12 December 2017

A year of reading Plato

I’ve had sympathies with Platonic philosophy for a long time – in fact, since graduate school when I started reading John Milbank, George Grant, Simone Weil and Vladimir Solovyov. I knew and could perceive, to a limited extent, the light that was shining behind these towering intellectual figures, all of whom defied easy political or philosophical description, and all of whom had a certain degree of influence on me.

I admit, though, my own personal motivations for going ad fontes this year were somewhat petty and politically-motivated. I desired to understand, through reading Plato’s political theory, the ways in which democratic and oligarchic régimes decay and degenerate into tyranny. And, in numerous of the Dialogues, I found the political critiques both of democracy and of oligarchy that I had been looking toward. But to say that I found way, way more therein would be trite, it would be a cliché, and it would be an understatement.

Reading Plato’s Dialogues was like holding up a mirror to my own experiences and weaknesses, my own vices and insecurities, my own (like Glaucon’s) deep erotic yearnings and hidden love for tyranny and various compelling but ultimately empty visions of perfection. I had to let Plato’s Socrates interrogate me on all of that, and even though I didn’t necessarily like everything I found, I at least attempted to face it with some degree of honesty. Did I come off a wiser man for it? Ehh. Give me a few months and a few more selective re-reads, and check back in with me again. There’s a lot to process.

But there is a reason that I dwelt so heavily on Plato’s investigations into and dialectical treatments of erōs. And it isn’t just because I’m a horndog who, for Freudian reasons, reads something into Plato that isn’t there already. (Okay, maybe partly that. I started investigating Edo Japan and late Imperial Chinese opera this year, too; and I’d be lying if I said they weren’t a propos or driven to some extent by my own ‘Asiatic’ erotic drive, which has no doubt also shaped my politics, my higher æsthetic and moral ideals and even my religious tendencies.) But for Plato, the thirst, the desire for truth and for the really real, is in actuality that same erotic urge, a yearning after a spiritual and physical unity that has been lost and must be recovered.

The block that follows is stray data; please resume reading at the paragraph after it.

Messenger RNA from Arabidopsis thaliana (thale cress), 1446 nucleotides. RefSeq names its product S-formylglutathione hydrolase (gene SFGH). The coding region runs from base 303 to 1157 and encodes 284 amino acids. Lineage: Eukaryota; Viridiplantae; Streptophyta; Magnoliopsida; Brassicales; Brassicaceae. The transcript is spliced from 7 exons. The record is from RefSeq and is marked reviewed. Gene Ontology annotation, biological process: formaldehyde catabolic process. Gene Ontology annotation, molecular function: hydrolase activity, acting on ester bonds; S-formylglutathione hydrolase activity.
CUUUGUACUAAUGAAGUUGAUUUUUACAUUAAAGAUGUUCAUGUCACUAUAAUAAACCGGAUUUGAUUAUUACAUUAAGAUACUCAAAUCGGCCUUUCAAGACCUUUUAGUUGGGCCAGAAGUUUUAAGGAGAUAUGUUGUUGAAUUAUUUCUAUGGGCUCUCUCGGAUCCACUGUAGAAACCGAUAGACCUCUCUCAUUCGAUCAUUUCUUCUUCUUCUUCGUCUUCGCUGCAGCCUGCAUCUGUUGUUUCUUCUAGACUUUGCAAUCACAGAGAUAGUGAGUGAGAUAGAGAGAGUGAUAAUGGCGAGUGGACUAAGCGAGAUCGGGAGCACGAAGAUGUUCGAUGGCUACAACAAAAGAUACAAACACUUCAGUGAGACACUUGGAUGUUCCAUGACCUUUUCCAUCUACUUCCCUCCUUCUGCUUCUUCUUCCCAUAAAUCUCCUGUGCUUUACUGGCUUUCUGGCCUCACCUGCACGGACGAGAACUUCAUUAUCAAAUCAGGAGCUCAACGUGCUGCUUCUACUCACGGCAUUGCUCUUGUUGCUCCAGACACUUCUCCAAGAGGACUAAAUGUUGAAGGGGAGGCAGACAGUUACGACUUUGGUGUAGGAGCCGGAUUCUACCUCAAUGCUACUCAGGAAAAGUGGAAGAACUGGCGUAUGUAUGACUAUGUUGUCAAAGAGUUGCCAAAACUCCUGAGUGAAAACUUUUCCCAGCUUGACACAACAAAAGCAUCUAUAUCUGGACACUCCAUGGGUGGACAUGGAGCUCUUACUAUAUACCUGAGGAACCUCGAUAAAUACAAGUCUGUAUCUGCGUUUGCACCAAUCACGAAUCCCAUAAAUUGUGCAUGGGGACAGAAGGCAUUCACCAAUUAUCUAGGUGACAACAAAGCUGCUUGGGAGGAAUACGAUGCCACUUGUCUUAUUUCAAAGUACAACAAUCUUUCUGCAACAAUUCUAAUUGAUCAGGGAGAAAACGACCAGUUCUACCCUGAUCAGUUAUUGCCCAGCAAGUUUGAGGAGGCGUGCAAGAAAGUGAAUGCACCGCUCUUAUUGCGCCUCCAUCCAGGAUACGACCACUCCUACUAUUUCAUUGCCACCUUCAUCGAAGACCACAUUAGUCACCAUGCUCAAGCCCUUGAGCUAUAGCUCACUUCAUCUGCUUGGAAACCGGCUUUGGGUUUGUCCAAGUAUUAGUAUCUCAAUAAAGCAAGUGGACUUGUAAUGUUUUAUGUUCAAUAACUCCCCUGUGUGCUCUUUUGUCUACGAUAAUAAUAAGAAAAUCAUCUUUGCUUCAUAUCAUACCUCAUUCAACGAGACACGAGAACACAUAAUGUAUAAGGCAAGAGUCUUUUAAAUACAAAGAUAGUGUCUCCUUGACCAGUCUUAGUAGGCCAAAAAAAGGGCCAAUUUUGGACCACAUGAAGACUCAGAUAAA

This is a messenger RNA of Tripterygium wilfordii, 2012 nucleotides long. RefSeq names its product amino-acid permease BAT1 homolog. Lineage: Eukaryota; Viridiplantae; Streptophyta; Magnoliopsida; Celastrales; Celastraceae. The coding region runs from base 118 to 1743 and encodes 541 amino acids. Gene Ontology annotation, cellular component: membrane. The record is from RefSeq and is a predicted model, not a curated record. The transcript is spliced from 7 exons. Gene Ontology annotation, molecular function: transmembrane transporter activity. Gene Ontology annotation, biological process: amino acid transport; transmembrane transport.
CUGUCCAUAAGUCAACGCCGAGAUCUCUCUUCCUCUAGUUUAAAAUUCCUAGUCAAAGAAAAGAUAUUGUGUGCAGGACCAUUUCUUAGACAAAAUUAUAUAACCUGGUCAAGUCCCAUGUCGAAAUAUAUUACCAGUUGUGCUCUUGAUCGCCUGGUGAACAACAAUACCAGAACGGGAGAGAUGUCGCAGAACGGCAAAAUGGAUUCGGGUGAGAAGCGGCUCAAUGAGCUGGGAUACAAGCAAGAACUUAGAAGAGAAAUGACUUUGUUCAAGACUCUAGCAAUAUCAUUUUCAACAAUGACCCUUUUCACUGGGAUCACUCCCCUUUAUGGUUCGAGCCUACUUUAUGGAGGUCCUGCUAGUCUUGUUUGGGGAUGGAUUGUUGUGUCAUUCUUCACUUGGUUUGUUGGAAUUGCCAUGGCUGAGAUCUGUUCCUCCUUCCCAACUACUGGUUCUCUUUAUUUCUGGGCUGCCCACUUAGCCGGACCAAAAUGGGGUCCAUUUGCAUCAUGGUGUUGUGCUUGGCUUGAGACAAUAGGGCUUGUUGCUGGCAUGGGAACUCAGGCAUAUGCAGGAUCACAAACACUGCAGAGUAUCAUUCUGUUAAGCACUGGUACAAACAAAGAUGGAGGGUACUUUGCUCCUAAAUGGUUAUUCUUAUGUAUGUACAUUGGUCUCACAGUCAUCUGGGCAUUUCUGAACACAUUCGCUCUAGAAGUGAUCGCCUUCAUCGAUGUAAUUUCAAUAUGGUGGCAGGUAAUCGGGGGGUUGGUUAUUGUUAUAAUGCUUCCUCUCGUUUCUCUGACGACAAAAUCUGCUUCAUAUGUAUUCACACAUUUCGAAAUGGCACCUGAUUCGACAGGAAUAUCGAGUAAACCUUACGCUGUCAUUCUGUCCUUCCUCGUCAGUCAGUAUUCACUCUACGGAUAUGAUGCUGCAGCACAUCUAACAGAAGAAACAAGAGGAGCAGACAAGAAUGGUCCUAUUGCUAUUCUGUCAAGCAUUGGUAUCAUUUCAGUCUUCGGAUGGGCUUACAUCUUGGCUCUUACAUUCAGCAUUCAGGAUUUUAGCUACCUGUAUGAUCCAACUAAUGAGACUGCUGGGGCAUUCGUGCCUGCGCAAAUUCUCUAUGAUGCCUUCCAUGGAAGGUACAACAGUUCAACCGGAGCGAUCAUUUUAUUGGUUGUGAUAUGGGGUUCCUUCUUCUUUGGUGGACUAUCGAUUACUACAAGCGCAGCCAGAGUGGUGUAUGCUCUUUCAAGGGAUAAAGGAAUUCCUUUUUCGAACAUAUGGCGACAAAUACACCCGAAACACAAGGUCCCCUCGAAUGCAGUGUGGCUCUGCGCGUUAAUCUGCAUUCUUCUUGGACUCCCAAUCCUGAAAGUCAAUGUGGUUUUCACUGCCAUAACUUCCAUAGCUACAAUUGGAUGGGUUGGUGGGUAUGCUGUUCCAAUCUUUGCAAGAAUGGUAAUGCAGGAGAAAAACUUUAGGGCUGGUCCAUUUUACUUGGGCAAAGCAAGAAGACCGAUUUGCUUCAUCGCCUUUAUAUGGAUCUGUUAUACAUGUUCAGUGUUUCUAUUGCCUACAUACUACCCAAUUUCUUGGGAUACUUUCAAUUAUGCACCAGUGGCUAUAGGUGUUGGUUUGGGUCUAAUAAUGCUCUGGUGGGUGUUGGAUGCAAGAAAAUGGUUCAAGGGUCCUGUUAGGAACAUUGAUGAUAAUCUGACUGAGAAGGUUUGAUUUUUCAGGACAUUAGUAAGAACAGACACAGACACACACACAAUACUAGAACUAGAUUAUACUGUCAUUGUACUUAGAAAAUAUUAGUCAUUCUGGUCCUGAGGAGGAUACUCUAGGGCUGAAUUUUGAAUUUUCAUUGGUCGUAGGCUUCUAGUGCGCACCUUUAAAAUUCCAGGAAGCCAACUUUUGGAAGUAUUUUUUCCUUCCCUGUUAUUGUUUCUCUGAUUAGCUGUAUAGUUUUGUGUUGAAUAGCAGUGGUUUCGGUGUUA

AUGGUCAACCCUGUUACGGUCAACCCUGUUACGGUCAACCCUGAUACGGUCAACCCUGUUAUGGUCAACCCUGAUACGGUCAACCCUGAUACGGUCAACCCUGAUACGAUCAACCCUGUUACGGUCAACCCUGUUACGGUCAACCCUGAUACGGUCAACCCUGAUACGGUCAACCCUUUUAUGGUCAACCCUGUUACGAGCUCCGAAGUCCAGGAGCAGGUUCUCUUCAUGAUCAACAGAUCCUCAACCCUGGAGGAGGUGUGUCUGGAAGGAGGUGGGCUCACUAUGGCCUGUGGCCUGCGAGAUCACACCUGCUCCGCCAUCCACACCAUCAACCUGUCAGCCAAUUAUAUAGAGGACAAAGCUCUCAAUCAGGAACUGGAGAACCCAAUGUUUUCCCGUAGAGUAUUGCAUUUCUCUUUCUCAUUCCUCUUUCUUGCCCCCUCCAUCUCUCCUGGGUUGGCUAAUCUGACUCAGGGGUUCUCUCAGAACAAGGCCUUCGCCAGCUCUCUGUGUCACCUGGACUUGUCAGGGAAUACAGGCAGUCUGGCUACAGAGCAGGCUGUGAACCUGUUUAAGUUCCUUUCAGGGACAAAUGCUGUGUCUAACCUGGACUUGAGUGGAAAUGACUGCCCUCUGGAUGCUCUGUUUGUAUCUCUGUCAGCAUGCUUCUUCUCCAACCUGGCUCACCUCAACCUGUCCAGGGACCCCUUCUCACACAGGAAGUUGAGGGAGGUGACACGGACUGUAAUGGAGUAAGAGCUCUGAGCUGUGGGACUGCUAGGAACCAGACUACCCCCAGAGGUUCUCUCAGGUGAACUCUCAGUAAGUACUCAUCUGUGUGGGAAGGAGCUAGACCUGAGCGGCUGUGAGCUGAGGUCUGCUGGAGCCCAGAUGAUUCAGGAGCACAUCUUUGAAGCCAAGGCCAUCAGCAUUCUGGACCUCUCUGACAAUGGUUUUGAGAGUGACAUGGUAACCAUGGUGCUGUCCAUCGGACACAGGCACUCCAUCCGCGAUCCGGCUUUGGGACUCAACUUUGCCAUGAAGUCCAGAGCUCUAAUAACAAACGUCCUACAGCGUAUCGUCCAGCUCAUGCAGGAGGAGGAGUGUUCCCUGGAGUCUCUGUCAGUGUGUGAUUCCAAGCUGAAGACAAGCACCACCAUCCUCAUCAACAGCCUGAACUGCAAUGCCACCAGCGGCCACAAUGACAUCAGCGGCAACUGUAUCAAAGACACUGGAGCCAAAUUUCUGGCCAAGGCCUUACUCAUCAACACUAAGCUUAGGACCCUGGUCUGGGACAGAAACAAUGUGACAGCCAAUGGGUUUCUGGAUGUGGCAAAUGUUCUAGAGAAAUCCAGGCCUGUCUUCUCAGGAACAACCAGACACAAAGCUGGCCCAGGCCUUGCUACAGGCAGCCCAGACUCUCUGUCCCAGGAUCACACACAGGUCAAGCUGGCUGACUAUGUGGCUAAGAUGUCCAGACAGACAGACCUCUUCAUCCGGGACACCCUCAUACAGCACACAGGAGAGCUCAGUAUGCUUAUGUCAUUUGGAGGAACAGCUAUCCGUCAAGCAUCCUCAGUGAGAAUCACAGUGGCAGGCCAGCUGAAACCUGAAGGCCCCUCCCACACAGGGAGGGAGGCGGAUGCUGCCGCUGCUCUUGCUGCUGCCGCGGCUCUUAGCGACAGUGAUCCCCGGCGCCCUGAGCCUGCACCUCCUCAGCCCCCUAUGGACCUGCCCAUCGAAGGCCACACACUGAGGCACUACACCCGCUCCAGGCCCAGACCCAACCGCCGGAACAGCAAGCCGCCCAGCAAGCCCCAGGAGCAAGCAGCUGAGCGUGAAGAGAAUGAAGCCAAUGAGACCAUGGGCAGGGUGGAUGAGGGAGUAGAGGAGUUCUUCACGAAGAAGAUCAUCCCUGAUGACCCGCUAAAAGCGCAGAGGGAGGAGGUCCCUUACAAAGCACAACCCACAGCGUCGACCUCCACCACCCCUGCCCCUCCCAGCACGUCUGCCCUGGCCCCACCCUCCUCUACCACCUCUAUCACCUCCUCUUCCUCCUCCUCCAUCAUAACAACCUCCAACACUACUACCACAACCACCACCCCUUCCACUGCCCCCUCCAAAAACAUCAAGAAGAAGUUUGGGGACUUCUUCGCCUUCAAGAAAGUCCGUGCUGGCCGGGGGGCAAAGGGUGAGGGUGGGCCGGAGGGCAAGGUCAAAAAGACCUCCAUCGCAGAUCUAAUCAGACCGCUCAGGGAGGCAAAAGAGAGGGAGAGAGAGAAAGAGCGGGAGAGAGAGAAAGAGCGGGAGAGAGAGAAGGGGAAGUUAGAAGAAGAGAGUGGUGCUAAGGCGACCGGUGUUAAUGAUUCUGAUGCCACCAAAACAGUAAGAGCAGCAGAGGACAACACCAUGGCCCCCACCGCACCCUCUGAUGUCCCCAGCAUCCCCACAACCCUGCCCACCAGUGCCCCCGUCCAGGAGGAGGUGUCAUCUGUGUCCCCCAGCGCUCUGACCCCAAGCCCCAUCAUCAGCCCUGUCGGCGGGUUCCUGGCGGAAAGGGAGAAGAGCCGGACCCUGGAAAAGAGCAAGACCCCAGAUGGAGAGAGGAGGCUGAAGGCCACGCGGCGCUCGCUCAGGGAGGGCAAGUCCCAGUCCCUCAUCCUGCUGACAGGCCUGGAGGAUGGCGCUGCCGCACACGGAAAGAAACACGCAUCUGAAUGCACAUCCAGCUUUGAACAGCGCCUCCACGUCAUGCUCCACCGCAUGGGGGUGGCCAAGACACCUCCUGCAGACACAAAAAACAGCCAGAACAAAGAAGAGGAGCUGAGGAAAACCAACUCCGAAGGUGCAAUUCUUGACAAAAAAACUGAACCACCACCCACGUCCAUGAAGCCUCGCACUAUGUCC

For Plato, virtue as a whole – and in its constituent ‘pieces’, which Socrates takes pains to get people to rightly understand each – has to begin with knowledge (as opposed to opinion) of things that are, rather than things that only appear to be, true. And indeed, the closer one draws to truth, the more dangerous the seductions of the merely-similar seem to become. Plato had a much higher tolerance for the merely ignorant, than for one who could draw close to the truth but preferred to artfully disguise it with lies instead. As Socrates’ rhetorical bouts with Hippias demonstrated, the skilled liar who understands (at least part of) what is true, is capable of doing far more damage than an unskilled liar who does not understand what is true.

The challenge of ‘curing’ the skilled liar is what draws Socrates – physically and intellectually – to the ‘perilous youths’, the fair faces which conceal possibly monstrous and tyrannical hearts: Alcibiades, Charmides, Phædrus, Agathon, Meno, Glaucon, Plato himself. In one sense, the nihilistic ‘tyranny-loving’ tendency that shows itself in Glaucon and Charmides and Alcibiades puts them as far away as possible from the ideal kingship or aristocracy, and this is one of the points of Socrates’ discourse on the degeneration of régimes in the Republic. In another sense, though, it seems Plato’s Socrates felt the tyranny-lovers to be the ones closest to philosophy, the ones most biddable to it. The tyrannical violence of their erotic loves could be sublimated into a love for wisdom. But this could only be accomplished – in Glaucon’s case – with a Persian myth (if we are to believe Pausanias): the myth of Er to counter the myth of Gyges.